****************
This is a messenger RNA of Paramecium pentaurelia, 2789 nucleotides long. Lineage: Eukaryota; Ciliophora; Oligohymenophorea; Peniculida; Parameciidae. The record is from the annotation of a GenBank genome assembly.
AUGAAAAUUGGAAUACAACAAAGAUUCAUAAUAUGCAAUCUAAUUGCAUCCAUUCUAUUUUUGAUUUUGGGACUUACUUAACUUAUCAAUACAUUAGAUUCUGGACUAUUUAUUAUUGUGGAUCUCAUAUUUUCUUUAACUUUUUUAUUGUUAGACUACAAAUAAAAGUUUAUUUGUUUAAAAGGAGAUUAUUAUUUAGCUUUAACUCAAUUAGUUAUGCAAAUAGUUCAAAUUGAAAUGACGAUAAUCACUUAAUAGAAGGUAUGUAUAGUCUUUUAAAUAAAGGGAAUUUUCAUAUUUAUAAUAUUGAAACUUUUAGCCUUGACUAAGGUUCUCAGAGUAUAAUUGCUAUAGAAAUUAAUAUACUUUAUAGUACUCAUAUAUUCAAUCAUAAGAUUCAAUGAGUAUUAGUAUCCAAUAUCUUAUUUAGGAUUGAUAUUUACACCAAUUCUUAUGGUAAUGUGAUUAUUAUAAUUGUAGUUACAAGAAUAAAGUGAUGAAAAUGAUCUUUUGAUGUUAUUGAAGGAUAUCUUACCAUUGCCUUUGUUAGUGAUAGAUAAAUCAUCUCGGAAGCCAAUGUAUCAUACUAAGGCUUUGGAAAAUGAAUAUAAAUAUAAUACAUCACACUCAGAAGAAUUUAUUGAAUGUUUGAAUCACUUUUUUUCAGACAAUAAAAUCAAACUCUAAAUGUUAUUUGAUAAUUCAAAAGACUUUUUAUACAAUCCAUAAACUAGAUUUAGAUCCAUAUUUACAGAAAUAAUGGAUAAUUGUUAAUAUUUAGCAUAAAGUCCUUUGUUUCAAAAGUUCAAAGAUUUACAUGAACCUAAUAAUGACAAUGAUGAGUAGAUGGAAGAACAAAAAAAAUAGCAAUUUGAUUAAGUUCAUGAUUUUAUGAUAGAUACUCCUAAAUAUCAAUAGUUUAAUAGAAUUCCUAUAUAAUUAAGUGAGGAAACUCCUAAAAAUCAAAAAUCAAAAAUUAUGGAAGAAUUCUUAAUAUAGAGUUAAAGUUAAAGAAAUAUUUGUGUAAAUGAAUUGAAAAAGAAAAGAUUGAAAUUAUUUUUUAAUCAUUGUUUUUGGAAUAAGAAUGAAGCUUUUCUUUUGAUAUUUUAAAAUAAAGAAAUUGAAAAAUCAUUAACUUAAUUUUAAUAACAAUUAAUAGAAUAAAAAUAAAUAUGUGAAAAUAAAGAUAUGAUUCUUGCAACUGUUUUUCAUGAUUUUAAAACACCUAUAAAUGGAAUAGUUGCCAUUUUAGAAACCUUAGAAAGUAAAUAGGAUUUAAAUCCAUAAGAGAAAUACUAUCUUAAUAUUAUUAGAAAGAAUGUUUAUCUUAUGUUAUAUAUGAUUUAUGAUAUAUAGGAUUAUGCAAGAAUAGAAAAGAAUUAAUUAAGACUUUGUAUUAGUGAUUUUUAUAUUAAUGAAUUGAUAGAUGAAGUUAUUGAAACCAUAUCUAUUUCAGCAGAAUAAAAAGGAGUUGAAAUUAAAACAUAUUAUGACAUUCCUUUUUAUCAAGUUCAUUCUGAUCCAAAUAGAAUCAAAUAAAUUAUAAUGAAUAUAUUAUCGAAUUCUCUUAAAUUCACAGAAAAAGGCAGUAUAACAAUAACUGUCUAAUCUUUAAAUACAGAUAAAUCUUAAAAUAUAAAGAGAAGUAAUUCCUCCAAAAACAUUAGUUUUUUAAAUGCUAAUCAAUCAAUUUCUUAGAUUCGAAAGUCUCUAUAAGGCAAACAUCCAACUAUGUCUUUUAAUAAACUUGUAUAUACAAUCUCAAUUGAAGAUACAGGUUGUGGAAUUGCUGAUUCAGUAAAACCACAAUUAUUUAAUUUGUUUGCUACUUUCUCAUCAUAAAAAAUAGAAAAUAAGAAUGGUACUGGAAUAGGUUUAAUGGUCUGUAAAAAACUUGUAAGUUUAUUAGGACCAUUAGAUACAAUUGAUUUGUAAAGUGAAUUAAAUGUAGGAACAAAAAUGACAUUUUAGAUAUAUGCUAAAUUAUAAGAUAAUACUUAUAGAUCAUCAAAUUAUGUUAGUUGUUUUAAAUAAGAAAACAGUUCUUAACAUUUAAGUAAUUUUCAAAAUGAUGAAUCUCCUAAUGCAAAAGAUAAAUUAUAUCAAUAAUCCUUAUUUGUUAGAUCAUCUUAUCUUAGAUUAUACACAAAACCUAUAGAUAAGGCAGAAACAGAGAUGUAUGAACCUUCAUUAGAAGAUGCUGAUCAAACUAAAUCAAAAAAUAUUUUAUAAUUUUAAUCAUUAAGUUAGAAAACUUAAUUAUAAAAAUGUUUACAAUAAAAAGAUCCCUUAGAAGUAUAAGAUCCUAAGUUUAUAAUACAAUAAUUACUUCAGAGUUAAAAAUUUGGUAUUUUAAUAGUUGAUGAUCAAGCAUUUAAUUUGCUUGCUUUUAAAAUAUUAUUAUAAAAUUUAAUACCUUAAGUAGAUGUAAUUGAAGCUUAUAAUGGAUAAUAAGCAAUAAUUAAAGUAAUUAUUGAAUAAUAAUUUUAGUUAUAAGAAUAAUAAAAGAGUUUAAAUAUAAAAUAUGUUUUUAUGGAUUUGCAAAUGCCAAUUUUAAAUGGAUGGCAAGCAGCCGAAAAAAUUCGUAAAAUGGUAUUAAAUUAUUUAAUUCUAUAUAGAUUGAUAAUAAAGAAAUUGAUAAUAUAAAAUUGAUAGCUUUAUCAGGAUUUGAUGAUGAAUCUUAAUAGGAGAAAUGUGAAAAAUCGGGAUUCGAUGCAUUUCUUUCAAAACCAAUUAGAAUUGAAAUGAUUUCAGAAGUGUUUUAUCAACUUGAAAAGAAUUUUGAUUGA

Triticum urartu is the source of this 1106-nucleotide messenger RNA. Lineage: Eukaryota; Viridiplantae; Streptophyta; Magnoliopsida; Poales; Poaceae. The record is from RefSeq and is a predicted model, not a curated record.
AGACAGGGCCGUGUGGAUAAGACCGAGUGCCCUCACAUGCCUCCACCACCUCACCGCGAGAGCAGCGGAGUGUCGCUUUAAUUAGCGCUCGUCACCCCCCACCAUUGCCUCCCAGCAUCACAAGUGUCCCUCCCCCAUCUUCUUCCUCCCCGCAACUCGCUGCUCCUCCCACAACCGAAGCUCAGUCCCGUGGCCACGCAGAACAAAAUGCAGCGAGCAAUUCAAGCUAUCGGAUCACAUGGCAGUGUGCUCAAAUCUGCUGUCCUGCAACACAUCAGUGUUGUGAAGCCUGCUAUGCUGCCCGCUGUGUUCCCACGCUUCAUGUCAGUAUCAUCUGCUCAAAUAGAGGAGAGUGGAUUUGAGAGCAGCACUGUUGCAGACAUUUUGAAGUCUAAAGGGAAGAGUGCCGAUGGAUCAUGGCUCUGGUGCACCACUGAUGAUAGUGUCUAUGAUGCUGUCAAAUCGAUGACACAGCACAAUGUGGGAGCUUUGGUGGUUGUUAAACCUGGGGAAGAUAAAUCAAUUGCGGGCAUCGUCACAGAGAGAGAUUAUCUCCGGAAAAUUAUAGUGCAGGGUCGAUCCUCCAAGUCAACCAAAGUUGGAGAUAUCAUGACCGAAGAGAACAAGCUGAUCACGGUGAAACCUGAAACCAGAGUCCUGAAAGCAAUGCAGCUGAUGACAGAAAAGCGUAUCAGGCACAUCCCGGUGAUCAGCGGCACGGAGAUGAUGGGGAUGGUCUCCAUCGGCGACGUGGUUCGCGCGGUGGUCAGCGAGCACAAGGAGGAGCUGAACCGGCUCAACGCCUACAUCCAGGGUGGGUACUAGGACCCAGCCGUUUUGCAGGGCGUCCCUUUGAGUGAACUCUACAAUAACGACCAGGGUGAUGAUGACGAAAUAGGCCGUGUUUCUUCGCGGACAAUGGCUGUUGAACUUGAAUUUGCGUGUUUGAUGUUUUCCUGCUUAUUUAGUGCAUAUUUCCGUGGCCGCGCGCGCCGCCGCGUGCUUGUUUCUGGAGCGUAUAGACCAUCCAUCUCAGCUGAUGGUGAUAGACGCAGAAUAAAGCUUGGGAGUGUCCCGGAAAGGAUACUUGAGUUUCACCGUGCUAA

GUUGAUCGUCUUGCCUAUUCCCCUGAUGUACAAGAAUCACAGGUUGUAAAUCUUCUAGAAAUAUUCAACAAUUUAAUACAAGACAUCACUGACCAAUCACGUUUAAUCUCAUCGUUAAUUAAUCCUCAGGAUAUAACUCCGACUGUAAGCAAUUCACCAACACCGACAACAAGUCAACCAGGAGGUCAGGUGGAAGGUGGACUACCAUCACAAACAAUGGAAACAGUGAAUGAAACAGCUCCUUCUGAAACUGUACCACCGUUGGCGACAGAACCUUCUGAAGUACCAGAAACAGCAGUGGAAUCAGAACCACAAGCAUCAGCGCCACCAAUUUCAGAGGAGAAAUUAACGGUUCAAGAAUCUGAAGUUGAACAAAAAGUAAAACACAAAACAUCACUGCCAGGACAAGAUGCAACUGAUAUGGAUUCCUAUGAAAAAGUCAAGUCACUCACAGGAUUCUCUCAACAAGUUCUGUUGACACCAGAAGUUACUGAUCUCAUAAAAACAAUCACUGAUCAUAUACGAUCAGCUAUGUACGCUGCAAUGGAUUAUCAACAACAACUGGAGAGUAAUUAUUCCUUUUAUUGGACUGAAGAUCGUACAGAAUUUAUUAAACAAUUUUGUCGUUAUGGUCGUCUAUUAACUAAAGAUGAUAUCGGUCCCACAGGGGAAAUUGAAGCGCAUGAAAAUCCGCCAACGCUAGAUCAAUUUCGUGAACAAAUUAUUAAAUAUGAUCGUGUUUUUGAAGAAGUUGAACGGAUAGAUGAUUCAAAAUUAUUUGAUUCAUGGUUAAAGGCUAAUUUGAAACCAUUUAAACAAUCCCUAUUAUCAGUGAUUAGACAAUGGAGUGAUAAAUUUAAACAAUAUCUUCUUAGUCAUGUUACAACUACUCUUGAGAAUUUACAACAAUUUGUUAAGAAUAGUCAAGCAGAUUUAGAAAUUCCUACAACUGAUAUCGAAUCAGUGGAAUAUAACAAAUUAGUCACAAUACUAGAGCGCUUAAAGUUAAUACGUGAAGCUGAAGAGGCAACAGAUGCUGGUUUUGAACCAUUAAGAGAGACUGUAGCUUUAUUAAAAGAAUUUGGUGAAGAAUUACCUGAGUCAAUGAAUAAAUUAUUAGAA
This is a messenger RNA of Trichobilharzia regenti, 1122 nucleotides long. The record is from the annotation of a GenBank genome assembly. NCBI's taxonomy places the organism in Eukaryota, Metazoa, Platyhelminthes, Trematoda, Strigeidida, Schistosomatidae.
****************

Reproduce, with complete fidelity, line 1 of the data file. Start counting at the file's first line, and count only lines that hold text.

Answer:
This is a messenger RNA of Paramecium pentaurelia, 2789 nucleotides long. Lineage: Eukaryota; Ciliophora; Oligohymenophorea; Peniculida; Parameciidae. The record is from the annotation of a GenBank genome assembly.